In comparison to the hotel industry, the number of rentable VR units is much lower. Yet, vacation rentals generate more revenue than a single hotel room, given their size and appeal to family and group travel. When looking at Wyndham, which operates both in the traditional hotel lodging industry as well as in vacation rentals, the number of rentable hotel units is six times that of vacation rentals. The revenue share for both segments generated was almost on par. While Wyndham Hotel Group generated roughly $1.3 billion in 2015 with a 27% EBITDA, Wyndham Destination Network turned over roughly $1.5 billion with a 24% EBITDA.

Looking at the distribution platforms to quantify the number of available listings online, we identified roughly seven million property listings, with the platform’s inventory being mostly concentrated throughout America and Europe. Yet when taking into consideration the fact that properties are typically listed on multiple platforms, the total number could plummet significantly. We estimate that the online listings available on the major platforms through the Americas and Europe lie between two and 3.5 million.

Note: Listings include online bookable properties across all brands part of the “Families.” Airbnb numbers are based on STR’s estimation of active vacation rental listings on the platform.

Growth

Growth in the industry has mostly been measured by higher revenue streams and the number of properties on both the larger vacation rental marketplaces, as well as among the larger property management companies. However, the growth among the larger players is often heavily fueled by the acquisition of companies rather than solely due to organic growth. Inventory displacement in the sector is far more common among the larger companies than actual organic growth driven by new supply.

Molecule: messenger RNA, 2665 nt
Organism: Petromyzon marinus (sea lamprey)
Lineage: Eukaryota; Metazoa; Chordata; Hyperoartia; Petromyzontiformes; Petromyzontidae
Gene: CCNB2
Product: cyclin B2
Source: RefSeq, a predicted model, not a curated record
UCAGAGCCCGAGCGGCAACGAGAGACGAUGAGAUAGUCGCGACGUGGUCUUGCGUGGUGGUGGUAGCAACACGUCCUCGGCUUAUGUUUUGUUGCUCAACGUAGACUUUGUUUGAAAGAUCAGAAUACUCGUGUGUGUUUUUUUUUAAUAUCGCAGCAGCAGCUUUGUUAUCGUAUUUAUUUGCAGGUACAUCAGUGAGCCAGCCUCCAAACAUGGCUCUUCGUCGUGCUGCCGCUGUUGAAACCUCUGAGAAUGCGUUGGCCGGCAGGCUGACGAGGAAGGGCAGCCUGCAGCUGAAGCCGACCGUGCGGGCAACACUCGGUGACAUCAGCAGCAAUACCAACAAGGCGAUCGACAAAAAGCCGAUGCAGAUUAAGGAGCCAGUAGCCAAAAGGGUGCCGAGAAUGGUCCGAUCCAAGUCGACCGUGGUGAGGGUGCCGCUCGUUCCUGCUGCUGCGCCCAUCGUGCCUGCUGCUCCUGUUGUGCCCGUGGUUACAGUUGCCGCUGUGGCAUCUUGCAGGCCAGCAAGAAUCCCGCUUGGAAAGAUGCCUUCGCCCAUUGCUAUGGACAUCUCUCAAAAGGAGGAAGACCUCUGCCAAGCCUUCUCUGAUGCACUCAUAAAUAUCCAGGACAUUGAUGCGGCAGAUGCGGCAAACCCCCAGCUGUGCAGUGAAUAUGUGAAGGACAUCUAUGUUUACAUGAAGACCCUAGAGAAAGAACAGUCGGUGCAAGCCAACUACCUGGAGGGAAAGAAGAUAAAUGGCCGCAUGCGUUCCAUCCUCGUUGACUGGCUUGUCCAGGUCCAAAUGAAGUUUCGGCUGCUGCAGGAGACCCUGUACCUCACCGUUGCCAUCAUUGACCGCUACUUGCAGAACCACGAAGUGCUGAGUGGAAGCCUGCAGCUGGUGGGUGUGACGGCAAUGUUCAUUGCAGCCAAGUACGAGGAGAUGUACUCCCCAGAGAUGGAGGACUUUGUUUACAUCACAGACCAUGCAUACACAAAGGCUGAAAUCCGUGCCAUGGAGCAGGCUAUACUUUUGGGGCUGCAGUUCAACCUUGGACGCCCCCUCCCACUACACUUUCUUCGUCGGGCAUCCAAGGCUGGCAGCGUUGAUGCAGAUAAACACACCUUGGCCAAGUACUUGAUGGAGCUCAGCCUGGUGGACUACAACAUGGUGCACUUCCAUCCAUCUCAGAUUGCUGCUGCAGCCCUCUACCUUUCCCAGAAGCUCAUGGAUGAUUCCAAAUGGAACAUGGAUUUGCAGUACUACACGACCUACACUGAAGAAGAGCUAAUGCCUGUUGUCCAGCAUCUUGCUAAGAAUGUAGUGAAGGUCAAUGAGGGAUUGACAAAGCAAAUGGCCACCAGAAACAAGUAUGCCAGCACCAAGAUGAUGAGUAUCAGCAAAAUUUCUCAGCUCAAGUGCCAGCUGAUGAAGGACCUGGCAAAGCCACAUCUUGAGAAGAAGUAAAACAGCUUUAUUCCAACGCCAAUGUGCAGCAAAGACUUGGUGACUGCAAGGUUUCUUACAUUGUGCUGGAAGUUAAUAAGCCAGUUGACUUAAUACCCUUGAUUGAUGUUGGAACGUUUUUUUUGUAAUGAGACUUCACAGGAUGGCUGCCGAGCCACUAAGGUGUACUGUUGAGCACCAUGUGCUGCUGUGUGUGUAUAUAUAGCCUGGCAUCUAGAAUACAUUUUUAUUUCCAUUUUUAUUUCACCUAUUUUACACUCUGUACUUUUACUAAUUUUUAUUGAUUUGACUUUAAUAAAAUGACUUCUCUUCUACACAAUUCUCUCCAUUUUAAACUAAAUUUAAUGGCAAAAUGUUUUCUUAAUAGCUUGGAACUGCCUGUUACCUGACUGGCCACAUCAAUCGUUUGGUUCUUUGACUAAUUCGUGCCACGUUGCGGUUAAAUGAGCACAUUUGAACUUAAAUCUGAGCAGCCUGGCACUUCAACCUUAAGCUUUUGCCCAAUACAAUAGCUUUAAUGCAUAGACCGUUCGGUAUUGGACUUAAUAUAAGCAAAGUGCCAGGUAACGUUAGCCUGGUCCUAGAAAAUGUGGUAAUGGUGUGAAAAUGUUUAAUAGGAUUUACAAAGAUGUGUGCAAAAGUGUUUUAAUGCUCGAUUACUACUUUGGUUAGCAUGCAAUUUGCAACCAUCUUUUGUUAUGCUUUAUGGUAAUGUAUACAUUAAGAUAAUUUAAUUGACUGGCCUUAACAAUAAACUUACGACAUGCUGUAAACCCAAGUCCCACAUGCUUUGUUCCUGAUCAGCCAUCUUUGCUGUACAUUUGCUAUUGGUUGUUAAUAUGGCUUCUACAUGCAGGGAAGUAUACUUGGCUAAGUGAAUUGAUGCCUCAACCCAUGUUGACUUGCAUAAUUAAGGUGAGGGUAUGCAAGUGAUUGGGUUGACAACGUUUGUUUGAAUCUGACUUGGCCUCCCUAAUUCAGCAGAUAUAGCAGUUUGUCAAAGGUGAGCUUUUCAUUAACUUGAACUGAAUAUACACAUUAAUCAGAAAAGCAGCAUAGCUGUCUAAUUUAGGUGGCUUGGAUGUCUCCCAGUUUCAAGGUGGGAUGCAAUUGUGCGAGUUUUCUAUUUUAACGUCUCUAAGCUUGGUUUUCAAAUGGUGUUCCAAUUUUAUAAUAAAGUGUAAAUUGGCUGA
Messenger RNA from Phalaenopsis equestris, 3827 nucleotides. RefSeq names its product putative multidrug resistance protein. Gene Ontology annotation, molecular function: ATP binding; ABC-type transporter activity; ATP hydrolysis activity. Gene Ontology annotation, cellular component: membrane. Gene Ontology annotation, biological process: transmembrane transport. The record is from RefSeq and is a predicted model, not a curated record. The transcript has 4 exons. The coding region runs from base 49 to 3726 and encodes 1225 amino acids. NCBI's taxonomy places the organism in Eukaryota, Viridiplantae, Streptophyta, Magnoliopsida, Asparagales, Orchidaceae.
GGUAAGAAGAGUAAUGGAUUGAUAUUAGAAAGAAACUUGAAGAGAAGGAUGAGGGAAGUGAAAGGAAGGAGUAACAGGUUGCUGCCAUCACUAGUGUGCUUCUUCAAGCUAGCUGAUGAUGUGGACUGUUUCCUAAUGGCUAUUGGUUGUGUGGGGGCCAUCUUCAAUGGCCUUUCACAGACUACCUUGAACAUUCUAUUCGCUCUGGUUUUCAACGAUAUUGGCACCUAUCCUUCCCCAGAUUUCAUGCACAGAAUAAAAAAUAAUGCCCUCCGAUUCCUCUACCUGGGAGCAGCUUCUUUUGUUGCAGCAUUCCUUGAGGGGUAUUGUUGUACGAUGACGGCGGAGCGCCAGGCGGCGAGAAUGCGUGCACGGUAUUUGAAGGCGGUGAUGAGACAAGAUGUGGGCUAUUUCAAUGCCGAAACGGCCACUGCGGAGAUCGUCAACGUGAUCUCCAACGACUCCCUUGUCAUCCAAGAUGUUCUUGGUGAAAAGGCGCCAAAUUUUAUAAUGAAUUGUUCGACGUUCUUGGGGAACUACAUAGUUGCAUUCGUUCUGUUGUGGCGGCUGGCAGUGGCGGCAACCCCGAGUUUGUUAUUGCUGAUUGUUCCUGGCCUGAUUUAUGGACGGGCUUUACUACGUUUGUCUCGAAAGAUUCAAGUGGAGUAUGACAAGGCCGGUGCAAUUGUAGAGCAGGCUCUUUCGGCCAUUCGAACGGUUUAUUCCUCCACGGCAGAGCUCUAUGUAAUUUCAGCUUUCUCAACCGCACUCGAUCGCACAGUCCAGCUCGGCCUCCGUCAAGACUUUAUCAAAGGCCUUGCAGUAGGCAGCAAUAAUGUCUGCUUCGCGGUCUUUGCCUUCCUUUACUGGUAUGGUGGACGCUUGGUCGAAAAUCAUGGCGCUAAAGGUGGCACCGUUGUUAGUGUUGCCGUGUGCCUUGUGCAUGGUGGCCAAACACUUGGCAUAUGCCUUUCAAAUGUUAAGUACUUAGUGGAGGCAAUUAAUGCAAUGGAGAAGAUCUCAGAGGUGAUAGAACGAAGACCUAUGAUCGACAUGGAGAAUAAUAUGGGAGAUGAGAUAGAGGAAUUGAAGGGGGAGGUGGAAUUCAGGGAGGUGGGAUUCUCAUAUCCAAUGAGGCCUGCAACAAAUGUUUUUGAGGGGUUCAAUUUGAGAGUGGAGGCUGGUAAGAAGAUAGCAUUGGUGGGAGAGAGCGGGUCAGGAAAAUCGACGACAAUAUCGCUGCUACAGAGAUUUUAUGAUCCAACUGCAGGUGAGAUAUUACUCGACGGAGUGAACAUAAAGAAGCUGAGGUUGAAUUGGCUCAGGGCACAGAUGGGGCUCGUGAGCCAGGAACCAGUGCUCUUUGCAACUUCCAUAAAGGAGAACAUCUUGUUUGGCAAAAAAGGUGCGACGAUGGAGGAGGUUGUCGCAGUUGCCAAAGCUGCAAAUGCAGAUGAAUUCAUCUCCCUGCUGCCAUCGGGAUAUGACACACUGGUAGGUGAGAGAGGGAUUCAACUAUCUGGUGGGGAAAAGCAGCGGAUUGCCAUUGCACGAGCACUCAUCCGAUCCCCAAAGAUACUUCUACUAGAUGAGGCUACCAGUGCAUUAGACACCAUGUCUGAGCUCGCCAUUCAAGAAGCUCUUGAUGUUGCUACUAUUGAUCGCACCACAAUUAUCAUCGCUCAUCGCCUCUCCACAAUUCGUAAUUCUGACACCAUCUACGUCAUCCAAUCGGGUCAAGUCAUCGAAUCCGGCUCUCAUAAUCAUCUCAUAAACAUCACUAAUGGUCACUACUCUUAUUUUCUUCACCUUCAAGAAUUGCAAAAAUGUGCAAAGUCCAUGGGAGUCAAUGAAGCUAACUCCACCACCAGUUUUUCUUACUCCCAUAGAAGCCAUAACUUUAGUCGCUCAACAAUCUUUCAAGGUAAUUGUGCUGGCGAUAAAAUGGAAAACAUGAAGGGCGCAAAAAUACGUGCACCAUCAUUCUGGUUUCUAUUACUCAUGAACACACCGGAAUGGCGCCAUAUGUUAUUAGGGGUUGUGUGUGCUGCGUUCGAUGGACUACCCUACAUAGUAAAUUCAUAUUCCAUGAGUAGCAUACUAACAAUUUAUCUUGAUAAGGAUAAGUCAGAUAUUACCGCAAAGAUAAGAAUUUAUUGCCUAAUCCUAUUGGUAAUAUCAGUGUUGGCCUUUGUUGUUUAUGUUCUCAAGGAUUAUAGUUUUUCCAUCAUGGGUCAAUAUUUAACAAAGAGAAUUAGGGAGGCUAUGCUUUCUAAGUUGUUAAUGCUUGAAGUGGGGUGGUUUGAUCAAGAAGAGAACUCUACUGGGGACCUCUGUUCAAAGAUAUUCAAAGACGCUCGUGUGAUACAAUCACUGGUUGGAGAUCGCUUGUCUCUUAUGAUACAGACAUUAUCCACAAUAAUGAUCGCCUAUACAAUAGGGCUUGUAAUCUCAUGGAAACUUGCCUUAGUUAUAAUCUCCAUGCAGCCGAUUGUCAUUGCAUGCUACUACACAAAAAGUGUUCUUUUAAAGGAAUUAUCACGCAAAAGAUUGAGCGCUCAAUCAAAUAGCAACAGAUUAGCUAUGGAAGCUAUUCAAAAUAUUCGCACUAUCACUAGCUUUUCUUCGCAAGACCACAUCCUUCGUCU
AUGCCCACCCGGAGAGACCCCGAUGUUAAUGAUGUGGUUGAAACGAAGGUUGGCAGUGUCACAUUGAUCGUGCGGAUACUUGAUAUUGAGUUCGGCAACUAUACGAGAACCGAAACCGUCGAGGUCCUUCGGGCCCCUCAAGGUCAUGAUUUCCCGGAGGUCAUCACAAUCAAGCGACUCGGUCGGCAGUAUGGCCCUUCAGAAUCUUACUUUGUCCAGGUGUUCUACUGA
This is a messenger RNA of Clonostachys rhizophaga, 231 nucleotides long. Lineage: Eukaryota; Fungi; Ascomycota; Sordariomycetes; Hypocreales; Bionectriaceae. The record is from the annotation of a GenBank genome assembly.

Supply growth has stagnated according to some industry experts. “The real supply issue is in the core vacation rental market and there hasn’t been any new inventory to any extent since 2006 when the residential housing market throughout the world went into a depression,” said Steve Milo, founder and owner of Vacation Rentals Pro. “In certain markets, you’ve had housing shortages which have resulted in vacation rentals being converted into full-time residences. The supply market is shrinking while demand is accelerating.”

The U.S. housing bubble leading up to the 2008 market crash directly and indirectly contributed to a growth phase for vacation rentals. Market exuberance during this time period sparked a housing construction boom, which left many owners and banks with empty foreclosed properties in markets that depended heavily on housing for their economic base. These properties in turn opened up to local VR property managers as a means of recovering losses. HomeAway raised $250 million in 2008, the year marked as the largest price drop in history of the home price index.

U.S. Vs. Europe

The vacation rental trend is a global phenomenon, yet the European and U.S. markets are still the key regions for the industry. The larger U.S. vacation rental companies including property management companies, distribution platforms, and those providing additional tech services have already branched out their presence beyond the U.S. Yet, the markets themselves can be very diverse in management structure and relationship with the owner across different geographical areas.

Source: Data provided by Beyond Pricing

One of the key differences between the U.S. and European markets is inventory exclusivity among property management groups. In the U.S., a typical leisure trip is more likely to take place in one specific location, which limits the benefit of working with other management groups. In Europe, “city hopping” is more common with trips often occurring in multiple cities. Matthew Hoffman, VP and general manager for Kigo, explains that property managers “need to accommodate that type of demand style by networking with other property managers.” For this and other reasons, property managers in Europe are more likely to form property pools, allowing others to tap into their inventory and vice-versa, looking to “control the entire guest experience.” These types of arrangements also impact occupancy, says Matthew Hoffman. “We look at average occupancy for a vacation rental in the U.S. being just over 38%, and if you look at an equivalent sized company in Europe and the average occupancy there is just under 20%.”